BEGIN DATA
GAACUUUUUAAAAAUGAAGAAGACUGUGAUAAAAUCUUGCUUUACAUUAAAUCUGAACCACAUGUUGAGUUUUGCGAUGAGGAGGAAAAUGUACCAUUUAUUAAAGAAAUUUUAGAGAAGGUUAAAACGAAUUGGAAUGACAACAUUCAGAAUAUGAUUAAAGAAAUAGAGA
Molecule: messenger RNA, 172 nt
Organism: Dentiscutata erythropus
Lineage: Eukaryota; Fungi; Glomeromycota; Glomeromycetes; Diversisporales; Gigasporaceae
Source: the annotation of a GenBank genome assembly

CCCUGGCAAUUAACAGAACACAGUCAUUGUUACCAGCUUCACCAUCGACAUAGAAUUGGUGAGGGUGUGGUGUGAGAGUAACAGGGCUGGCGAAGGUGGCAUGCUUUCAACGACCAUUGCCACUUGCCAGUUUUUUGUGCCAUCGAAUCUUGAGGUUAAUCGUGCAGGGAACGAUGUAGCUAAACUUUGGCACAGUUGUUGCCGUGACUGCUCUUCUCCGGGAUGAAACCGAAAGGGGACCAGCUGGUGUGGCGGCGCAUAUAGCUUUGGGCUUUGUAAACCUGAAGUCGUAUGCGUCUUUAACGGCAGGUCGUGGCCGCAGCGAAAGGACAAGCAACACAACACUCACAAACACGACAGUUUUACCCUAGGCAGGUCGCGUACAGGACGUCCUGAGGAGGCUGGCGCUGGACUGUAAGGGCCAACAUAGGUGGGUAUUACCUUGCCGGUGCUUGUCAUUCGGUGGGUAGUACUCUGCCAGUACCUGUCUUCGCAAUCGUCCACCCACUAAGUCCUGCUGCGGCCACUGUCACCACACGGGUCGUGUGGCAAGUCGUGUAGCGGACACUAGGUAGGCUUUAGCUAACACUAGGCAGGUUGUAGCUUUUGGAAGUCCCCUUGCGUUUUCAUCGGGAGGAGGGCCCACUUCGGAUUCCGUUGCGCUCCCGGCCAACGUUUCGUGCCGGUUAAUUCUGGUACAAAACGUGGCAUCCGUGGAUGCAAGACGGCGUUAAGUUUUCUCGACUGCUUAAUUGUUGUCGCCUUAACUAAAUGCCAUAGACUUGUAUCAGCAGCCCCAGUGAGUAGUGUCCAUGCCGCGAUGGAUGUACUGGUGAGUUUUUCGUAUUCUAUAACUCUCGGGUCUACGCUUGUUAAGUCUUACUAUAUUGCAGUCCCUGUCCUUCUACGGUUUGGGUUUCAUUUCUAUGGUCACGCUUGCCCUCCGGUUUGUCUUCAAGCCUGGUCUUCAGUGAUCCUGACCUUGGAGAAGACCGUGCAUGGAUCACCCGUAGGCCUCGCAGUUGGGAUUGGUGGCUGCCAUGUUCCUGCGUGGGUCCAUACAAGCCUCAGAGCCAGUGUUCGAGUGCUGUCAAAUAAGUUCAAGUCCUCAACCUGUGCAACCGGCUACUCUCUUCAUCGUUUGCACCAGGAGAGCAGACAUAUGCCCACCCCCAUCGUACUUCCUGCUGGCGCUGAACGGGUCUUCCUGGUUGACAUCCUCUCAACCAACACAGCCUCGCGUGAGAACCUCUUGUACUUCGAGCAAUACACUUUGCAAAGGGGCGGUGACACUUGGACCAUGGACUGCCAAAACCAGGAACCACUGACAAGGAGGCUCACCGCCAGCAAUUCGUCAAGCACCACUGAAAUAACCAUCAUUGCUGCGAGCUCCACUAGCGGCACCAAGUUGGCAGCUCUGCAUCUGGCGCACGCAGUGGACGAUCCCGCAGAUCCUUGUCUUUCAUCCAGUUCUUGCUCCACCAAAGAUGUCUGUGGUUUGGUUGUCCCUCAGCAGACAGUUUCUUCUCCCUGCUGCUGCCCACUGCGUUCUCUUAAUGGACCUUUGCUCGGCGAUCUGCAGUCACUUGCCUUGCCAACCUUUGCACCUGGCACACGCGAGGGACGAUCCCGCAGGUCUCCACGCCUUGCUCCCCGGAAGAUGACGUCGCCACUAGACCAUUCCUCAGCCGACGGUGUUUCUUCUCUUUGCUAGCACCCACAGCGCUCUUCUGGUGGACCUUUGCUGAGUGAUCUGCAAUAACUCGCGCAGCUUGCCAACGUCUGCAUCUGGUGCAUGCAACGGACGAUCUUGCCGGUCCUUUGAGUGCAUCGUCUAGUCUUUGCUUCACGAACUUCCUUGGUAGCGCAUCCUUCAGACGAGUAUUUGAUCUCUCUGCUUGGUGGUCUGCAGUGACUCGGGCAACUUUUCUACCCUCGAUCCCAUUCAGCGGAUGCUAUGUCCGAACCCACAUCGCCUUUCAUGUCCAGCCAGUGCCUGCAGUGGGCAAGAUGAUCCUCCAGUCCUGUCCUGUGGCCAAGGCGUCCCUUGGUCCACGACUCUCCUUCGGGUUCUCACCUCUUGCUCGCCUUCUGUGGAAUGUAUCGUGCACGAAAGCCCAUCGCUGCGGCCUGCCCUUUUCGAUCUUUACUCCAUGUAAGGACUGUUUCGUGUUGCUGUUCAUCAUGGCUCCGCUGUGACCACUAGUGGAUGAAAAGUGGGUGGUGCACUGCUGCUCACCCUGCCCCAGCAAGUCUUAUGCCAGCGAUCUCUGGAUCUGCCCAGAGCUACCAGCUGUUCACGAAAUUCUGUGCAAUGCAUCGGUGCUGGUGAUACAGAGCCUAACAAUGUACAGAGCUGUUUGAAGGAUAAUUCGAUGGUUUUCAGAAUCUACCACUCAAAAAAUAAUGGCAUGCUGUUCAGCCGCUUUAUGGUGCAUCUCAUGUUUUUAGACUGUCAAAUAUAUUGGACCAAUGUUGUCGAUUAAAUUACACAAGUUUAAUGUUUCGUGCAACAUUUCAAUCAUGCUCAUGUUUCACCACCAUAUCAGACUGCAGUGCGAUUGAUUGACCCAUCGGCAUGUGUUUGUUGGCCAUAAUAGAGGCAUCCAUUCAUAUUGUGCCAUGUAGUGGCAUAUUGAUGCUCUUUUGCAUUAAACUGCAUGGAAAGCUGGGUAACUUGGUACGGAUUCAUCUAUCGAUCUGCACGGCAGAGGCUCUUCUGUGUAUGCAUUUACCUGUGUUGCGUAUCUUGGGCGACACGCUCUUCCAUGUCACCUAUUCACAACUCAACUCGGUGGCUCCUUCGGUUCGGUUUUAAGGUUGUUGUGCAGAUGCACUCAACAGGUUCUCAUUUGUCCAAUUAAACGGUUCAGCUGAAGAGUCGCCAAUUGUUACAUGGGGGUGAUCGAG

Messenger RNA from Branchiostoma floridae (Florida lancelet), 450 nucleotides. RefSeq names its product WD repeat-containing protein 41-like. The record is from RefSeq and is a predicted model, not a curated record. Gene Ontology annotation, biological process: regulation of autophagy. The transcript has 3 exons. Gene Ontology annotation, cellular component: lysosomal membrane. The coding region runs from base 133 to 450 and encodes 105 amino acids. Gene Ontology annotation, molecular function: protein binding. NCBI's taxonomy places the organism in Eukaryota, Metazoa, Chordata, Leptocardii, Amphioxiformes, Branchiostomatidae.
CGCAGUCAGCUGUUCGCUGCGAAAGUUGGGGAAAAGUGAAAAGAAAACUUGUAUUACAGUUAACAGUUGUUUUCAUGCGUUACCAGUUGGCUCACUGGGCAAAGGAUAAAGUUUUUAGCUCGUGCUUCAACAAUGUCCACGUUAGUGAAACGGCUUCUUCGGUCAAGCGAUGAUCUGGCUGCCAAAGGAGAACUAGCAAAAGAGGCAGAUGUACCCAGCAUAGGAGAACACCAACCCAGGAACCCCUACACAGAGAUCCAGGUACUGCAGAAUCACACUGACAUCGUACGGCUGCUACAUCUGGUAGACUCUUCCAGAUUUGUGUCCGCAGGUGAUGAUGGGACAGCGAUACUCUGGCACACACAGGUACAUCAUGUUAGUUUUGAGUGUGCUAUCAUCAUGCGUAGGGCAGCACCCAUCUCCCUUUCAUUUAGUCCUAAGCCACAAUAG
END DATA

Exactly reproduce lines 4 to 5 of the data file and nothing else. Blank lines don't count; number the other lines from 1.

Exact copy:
Lineage: Eukaryota; Fungi; Glomeromycota; Glomeromycetes; Diversisporales; Gigasporaceae
Source: the annotation of a GenBank genome assembly